9Standard SolutionsStandard solutions play a key role in titrimetric methods.Desirable Properties of Standard Solutions:Sufficiently stableReact rapidly with analyteReact completely with analyteEndure a selective reaction with analyte
11Example: Calculating the Molarity of Standard Solutions Describe the preparation of a 5.0 L of 0.10 M Na2CO3 ( g/mol)from the primary standard solution.Amount Na2CO3 = n Na2CO3 (mol) = Volume solution x c Na2CO3 (mol/ L)= 5 L x 0.1 mol Na2CO3 = 0.5 mol Na2CO3LMass Na2CO3 = mNa2CO3=0.5 mol Na2CO3 x g Na2CO3 =53 g Na2CO3mol Na2CO3The solution is prepared by dissolving 53 g of Na2CO3 in water and diluting to 5 L.
12Example: Calculating the Molarity using different algebraic relationships How would you prepare 50mL portions of standard solutions that are0.005 M, M, and M in a standard 0.01 M Na+?To solve this the relationship Vconcd x cconcd = Vdil x cdilVconcd = Vdil x cdil = 50mL x mmol Na+ /mL = 25mLcconcd mmol Na+ /mLTo produce 50mL of M Na+, 25mL of the concentration solutionshould be diluted to 50mL.
13How to deal with titration data… The following two examples show the two types of volumetric calculations.The first involves computing the molarity of solutions that have beenstandardized against either a primary standard or another standard solution.The second example involves calculating the amount of analyte in a samplefrom titration data.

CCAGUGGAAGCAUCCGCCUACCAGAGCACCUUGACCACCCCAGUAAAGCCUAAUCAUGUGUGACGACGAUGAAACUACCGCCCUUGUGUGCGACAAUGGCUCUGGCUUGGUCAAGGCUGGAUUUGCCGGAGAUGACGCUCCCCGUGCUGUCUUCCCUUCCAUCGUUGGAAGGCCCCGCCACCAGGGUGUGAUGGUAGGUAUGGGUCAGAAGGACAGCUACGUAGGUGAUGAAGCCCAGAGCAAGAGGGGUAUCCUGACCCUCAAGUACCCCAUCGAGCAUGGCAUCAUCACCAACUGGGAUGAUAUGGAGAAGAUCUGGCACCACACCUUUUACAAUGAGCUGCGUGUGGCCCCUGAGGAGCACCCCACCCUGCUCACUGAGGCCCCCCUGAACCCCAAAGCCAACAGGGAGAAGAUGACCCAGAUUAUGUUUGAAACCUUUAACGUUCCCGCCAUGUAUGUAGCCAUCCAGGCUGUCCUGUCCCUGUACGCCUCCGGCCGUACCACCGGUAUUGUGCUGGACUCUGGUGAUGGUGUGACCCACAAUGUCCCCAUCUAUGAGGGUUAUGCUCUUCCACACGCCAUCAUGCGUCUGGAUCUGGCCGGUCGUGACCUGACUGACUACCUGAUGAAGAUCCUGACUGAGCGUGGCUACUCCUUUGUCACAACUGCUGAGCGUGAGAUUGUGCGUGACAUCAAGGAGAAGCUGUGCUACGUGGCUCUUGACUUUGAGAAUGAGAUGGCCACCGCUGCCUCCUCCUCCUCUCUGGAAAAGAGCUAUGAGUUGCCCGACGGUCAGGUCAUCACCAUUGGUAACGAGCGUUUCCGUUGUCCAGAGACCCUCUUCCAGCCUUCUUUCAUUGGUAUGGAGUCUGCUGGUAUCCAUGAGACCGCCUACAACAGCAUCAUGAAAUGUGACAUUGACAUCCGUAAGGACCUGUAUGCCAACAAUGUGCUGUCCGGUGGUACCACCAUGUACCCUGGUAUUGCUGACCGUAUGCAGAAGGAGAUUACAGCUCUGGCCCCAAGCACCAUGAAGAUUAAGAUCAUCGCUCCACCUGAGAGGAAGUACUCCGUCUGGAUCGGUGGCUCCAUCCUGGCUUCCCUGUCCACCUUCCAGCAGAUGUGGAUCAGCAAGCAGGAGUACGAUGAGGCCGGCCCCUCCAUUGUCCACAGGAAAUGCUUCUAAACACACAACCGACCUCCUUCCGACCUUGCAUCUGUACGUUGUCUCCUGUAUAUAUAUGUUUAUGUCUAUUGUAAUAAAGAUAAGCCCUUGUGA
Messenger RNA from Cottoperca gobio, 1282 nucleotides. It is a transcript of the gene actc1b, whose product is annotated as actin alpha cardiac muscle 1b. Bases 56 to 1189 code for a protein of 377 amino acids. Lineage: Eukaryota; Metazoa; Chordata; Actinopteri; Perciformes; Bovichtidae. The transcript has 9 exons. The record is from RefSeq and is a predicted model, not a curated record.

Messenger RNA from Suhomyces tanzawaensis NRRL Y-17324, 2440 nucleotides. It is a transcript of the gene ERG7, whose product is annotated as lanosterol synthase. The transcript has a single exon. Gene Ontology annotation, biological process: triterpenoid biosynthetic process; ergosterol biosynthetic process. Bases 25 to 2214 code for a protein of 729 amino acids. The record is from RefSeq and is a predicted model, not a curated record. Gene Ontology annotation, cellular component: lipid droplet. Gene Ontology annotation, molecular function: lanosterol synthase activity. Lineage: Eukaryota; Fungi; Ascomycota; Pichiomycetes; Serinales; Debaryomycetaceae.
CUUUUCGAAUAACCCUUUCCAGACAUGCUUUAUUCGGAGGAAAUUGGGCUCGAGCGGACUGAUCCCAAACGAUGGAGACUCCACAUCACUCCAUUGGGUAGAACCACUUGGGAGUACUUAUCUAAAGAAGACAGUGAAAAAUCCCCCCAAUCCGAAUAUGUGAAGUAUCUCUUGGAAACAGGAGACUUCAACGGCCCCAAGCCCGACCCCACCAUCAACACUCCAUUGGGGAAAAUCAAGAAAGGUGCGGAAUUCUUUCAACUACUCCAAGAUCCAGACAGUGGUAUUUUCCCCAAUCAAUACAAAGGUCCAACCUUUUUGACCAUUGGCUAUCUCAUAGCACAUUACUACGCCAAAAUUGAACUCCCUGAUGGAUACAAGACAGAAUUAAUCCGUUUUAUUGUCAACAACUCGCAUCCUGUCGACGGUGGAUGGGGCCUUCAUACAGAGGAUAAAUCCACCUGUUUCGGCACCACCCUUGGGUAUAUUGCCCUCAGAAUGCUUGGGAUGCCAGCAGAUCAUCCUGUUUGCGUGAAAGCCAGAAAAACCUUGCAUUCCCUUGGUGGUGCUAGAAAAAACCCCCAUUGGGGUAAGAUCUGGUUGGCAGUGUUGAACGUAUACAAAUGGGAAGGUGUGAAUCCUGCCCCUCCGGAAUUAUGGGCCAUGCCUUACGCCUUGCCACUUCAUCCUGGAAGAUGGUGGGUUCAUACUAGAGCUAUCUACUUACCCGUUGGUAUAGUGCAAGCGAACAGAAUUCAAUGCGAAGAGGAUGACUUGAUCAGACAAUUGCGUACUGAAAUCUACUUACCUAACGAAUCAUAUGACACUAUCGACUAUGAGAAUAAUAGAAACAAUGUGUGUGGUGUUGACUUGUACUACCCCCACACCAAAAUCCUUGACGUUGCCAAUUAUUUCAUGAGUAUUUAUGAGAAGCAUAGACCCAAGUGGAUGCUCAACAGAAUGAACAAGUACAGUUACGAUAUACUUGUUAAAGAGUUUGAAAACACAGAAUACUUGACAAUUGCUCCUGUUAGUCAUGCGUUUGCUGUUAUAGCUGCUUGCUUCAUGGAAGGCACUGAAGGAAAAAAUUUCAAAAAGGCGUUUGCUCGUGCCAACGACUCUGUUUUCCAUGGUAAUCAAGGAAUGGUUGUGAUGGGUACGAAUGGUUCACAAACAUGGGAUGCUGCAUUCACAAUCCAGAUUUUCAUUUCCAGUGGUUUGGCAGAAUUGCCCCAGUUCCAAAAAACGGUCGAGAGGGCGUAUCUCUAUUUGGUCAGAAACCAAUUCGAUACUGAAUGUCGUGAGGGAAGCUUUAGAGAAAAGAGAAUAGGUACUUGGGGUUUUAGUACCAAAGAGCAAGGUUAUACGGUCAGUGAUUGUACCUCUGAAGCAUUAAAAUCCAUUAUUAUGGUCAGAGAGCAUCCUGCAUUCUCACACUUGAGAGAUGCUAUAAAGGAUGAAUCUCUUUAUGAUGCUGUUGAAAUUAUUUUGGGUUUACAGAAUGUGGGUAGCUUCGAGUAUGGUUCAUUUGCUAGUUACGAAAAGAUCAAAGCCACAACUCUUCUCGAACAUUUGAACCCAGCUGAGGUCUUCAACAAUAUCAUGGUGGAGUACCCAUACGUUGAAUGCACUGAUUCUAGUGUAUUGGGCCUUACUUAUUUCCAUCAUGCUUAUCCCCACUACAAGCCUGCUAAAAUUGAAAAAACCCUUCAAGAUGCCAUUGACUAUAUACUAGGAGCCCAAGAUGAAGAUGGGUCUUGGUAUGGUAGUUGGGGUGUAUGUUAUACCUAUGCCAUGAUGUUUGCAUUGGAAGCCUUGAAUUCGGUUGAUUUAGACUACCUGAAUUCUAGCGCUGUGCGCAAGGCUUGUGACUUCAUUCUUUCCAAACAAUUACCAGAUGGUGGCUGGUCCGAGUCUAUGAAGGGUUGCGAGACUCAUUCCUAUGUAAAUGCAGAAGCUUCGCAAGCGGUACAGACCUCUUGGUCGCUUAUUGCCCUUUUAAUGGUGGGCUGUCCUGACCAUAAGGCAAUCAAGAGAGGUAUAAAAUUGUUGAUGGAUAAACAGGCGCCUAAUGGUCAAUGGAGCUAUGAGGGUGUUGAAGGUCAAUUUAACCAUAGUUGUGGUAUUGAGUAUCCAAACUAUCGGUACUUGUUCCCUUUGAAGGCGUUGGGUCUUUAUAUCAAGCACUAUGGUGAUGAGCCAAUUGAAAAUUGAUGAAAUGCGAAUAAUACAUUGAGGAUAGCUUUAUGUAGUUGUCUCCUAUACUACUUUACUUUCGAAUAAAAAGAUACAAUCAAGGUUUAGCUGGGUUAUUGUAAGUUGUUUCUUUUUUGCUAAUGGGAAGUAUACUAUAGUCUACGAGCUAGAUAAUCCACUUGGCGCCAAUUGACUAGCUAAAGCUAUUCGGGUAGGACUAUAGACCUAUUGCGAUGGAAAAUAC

14Example: Molarity of solutions that have been standardized A 50mL volume of HCl solution required 29.71mL of M Ba(OH)2 to reach an end point with bromocresol green indicator. Calculate the molarityof the HCl.Stoichiometric ratio= 2 mmol HCl/ 1 mmol Ba(OH)2Amount Ba(OH)2 = mL Ba(OH)2 x mmol Ba(OH)2mL Ba(OH)2Amount HCl = (29.71 x ) mmol Ba(OH)2 x 2 mmol HCl1 mmol Ba(OH)2C HCl = (29.71 x x 2) mmol HCL50mL solution= mmol HCl = MmL solution
15Example: Amount of analyte in sample from titration Titration of g of pure Na2C2O4 (134 g/mol) required mL of KMnO4. What is the molarity of the KMnO4 solution?Stoichiometric ratio = 2 mmol KmnO4/ 5 mmol Na2C2O4Amount Na2C2O4= g Na2C2O4 x 1 mmol Na2C2O40.134 g na2C2O4Amount KMnO4 = mmol Na2C2O4 x 2 mmol KMnO4mmol Na2C2O4C KMnO4 = ( x 2) mmol KMnO4= M43.31 mL KMnO4
16Example: Computing analyte concentrations from titration data A g sample of an iron ore is dissolved in acid. The iron is then reduced to Fe2+ and titrated with 47.22mL of M KMnO4 solution. Calculate the results of this analysis in terms of percent Fe ( g/mol).Stoichiometric ratio = 5 mmol Fe2+/ 1 mmol KMnO4Amount KMnO4 = 47.22mL KMnO4 x mmol KMnO4mL KMnO4Amount Fe2+ = (47.22 x ) mmol KMnO4 x 5 mmol Fe2+1 mmol KMnO4Mass Fe2+ = (47.22 x x 5) mmol Fe2+ x g Fe 2+mmol Fe2+% Fe2+ = (47.22 x x 5 x ) g Fe 2+ x 100% = 36.77%g sample
17Titration CurvesExample of a sigmoidal titration curve once calculations of data have been computed.reference/plambeck/chem1/p01173.htm
18ReferencesSkoog, D., West, D., Holler, F.J., & Crouch, S. (2000). Analytical Chemistry: An Introduction. 7th ed. Thomson Learning, Inc: United States of America.reference/plambeck/chem1/p01173.htm